Columbia University Medical Center

Cellular Target For Mutagenic Radiation Larger Than Previously Thought

New York, NY, April 27, 1999 — Ionizing radiation can cause potentially carcinogenic mutations of DNA no matter what part of the cell it strikes, according to a report by researchers at Columbia University College of Physicians & Surgeons. The findings, published in the April 27 issue of the Proceedings of the National Academy of Sciences, contradict the prevailing belief that radiation causes genetic mutations only when it strikes the cell nucleus. DNA mutation rates rose as much as threefold above normal after Dr. Tom K. Hei and his colleagues irradiated the cell cytoplasm, the portion of the cell outside the cell nucleus, with alpha particles, the radiation emitted by radon. The results suggest that scientists may have to alter cancer-risk estimates for people exposed to low levels of ionizing radiation, such as radon and X-rays.

“The nucleus has always been considered as the quintessential target for any carcinogenic mutations,” says Dr. Hei, associate professor of radiation oncology and public health. “We have learned that if you hit the cytoplasm with alpha particles there is a chance that you will mediate a mutational event in the nucleus.”

A state-of-the-art microbeam at Columbia University’s Radiological Research Accelerator Facility in Irvington, N.Y., allowed Dr. Hei’s team to fire a precise number of alpha particles at specific regions within a cell. After irradiating the cytoplasm of thousands of cells, the researchers found that cells hit by eight alpha particles showed a mutation rate threefold above normal mutation rates.

Analysis of the mutations showed that they differed significantly from mutations caused by nuclear irradiation and may pose a greater risk of cancer. When alpha particles strike the nucleus, they generally damage large sections of DNA, more often than not killing the cell. The mutations caused by cytoplasmic irradiation, on the other hand, were generally much smaller, similar to spontaneous mutations, and killed far fewer cells. Since cancer arises from non-lethal mutations to a cell’s DNA, cytoplasmic irradiation may play a significant role in carcinogenesis.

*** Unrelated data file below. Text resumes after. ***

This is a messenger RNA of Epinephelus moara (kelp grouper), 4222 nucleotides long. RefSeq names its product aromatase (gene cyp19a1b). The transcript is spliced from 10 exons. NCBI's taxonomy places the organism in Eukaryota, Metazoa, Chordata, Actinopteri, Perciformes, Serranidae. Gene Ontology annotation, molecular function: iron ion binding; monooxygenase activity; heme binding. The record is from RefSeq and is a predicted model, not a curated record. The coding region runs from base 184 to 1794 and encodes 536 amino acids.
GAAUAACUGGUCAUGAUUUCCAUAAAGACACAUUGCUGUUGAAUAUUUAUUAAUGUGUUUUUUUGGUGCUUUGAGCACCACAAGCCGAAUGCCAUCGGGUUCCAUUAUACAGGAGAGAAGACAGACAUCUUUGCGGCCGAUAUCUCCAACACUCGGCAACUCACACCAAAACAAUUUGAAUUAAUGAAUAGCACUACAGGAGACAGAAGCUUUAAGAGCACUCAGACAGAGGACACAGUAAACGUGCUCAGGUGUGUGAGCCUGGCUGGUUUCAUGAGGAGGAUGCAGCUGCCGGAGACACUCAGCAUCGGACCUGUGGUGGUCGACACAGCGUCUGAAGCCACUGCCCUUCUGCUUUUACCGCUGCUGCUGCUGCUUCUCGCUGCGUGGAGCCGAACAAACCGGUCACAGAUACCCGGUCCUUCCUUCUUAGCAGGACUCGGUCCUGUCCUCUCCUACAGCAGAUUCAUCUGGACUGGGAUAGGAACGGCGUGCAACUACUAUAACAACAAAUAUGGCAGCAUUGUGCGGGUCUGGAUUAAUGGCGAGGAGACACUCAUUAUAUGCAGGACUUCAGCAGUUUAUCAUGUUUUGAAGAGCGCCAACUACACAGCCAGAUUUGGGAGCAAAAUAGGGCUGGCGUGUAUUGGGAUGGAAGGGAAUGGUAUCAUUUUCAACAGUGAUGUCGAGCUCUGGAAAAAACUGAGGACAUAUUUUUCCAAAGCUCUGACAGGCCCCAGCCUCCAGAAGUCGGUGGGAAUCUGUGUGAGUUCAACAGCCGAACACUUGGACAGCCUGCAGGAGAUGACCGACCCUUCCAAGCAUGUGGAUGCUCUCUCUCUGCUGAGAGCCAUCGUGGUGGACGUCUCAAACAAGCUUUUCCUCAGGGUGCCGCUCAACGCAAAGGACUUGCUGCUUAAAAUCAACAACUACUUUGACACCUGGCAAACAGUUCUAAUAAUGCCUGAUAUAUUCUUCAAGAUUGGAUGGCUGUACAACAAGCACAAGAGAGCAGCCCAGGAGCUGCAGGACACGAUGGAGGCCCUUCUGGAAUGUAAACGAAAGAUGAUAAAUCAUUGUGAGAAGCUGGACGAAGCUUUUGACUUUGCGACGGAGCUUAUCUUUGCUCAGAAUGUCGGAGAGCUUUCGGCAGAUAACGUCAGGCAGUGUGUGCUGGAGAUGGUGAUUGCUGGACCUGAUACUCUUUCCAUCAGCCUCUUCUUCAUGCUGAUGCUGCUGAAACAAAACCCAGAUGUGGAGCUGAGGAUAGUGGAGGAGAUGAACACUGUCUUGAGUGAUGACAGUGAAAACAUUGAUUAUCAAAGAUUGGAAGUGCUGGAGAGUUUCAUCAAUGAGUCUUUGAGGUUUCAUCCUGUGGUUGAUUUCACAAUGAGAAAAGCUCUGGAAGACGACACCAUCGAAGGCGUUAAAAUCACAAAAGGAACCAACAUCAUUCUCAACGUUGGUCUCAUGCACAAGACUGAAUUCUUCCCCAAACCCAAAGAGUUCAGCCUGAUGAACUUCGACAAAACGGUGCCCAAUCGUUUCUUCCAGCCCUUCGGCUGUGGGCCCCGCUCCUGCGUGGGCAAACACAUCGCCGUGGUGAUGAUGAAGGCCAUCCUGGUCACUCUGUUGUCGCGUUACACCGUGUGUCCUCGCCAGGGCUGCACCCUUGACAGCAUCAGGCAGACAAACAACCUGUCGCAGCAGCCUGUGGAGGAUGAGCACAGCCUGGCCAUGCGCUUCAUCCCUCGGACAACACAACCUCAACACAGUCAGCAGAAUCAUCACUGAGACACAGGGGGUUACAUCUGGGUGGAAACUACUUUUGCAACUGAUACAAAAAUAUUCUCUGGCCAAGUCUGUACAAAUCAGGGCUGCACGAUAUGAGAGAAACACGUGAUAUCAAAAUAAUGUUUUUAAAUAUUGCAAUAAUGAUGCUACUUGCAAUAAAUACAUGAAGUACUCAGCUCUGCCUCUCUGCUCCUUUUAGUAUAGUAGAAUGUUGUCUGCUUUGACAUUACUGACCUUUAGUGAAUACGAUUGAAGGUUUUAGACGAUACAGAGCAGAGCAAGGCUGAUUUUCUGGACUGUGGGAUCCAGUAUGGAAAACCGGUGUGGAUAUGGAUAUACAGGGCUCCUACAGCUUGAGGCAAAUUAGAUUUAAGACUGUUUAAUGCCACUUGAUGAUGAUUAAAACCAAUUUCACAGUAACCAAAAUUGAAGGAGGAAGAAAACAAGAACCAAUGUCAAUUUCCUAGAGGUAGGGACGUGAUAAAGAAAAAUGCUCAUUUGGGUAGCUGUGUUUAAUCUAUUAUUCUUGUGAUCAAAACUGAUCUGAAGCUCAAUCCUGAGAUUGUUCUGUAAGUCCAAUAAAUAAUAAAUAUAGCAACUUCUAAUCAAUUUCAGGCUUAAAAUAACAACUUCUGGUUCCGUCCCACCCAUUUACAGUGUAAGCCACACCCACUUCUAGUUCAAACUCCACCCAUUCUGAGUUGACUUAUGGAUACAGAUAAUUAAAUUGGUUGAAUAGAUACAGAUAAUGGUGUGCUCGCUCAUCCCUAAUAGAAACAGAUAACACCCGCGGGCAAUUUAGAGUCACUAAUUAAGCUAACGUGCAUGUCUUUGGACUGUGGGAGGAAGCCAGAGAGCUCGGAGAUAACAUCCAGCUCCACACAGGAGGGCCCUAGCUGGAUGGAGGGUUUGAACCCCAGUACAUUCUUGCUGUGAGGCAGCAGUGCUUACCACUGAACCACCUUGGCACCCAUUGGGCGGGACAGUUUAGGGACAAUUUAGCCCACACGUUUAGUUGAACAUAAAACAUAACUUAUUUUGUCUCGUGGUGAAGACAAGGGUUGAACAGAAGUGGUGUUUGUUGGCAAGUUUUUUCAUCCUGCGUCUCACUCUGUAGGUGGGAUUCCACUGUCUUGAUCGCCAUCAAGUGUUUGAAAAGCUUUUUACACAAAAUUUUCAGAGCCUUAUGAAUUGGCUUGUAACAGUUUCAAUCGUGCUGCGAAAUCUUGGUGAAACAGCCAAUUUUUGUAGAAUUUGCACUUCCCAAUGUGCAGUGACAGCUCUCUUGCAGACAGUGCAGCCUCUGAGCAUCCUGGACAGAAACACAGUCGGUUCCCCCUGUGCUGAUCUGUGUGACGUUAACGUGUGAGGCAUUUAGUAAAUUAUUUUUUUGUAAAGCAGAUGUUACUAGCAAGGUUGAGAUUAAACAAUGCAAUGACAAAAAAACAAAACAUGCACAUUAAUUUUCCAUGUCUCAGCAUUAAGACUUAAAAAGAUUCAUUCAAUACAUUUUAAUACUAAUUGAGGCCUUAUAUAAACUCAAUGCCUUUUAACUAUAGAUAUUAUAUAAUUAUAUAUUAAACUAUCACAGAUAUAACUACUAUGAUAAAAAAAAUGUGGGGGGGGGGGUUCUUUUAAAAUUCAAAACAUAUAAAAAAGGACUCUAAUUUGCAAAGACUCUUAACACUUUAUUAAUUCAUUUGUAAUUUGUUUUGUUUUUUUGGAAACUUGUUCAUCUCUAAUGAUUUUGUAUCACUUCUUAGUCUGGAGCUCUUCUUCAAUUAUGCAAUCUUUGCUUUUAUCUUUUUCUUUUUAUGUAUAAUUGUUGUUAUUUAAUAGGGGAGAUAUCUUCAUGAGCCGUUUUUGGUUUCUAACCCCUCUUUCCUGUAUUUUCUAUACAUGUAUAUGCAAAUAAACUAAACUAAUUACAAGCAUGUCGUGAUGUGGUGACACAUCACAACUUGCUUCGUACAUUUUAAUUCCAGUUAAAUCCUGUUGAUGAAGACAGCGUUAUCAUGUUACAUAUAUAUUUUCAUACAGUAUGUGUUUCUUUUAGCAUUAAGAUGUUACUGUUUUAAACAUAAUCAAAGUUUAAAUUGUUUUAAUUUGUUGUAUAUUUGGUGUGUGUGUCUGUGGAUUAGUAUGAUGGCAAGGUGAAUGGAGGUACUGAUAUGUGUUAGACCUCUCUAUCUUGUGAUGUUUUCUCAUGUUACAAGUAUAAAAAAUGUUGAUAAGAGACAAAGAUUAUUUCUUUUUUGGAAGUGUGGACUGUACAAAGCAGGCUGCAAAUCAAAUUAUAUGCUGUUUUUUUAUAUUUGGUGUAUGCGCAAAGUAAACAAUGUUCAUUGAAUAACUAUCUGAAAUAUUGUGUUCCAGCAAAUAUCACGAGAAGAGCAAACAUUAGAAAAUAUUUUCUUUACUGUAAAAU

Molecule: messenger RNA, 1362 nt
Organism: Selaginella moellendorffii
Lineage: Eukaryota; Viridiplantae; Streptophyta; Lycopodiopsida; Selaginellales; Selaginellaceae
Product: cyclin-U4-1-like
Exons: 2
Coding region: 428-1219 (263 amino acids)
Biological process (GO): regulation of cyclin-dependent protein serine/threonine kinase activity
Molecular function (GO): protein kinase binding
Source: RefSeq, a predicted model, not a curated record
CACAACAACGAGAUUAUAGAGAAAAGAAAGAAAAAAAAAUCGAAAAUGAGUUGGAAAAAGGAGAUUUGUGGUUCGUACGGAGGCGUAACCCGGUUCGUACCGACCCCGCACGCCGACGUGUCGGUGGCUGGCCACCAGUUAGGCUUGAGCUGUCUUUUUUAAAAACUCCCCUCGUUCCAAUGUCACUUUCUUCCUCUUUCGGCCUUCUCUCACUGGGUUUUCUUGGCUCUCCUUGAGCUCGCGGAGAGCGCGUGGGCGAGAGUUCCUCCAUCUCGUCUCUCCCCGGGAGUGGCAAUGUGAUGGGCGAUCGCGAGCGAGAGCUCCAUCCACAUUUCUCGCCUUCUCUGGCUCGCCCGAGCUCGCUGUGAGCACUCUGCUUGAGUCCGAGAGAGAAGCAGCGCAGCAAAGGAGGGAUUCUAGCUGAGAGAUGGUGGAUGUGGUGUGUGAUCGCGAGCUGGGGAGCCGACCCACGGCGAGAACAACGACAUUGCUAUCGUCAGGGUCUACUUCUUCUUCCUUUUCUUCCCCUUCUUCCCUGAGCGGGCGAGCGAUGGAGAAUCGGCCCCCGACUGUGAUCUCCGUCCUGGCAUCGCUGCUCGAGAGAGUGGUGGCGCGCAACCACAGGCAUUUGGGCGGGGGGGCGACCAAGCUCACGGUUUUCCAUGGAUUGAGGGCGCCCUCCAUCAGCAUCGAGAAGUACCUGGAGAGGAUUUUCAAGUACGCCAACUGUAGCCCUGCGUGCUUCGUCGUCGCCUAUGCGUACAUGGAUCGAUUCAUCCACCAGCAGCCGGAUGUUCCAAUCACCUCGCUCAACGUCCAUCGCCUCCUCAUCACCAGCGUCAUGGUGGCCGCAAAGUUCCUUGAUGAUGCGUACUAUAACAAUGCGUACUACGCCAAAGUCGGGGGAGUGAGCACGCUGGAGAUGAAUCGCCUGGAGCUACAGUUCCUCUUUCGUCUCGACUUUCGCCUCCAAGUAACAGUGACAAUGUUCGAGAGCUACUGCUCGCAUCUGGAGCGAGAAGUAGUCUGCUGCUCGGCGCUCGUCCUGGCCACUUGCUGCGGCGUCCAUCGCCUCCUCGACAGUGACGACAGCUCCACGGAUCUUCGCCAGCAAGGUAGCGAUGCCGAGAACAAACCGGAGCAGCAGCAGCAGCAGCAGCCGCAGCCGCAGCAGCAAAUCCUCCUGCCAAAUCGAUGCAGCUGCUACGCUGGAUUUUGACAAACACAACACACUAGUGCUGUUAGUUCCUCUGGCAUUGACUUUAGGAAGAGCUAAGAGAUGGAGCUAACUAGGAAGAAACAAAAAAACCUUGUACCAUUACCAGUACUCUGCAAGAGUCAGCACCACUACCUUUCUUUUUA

Cytoplasmic irradiation should be considered a major concern to human health in terms of risk of exposure for cancer and birth defects, as well as having a profound impact on our understanding of the relationship between radiation exposure and disease, wrote the authors in their paper. Current estimates of the risk posed by low-level radiation are based in part on the theory that ionizing irradiation can cause genetic mutations only when it strikes the cell nucleus.

Irradiation of the cytoplasm appears to cause genetic mutations by creating highly reactive free radicals, which migrate to the nucleus where they mutate the DNA. When the cells were pretreated with the antioxidant DMSO before irradiation, the mutation rate remained near normal.

The other authors of the paper were Li-Jun Wu, Gerhard Randers-Pehrson, An Xu, and Charles R. Geard, all of the Center for Radiological Research at the College of Physicians & Surgeons, Charles A. Waldren of the Colorado State University, and ZengLiang Yu of the Chinese Academy of Sciences in Hefei, China.

The research was supported by the National Institutes of Health and the National Aeronautics and Space Administration.

Copies of the paper are available to reporters from the PNAS news office, tel. (202) 334-2138, or email pnasnews@nas.edu.

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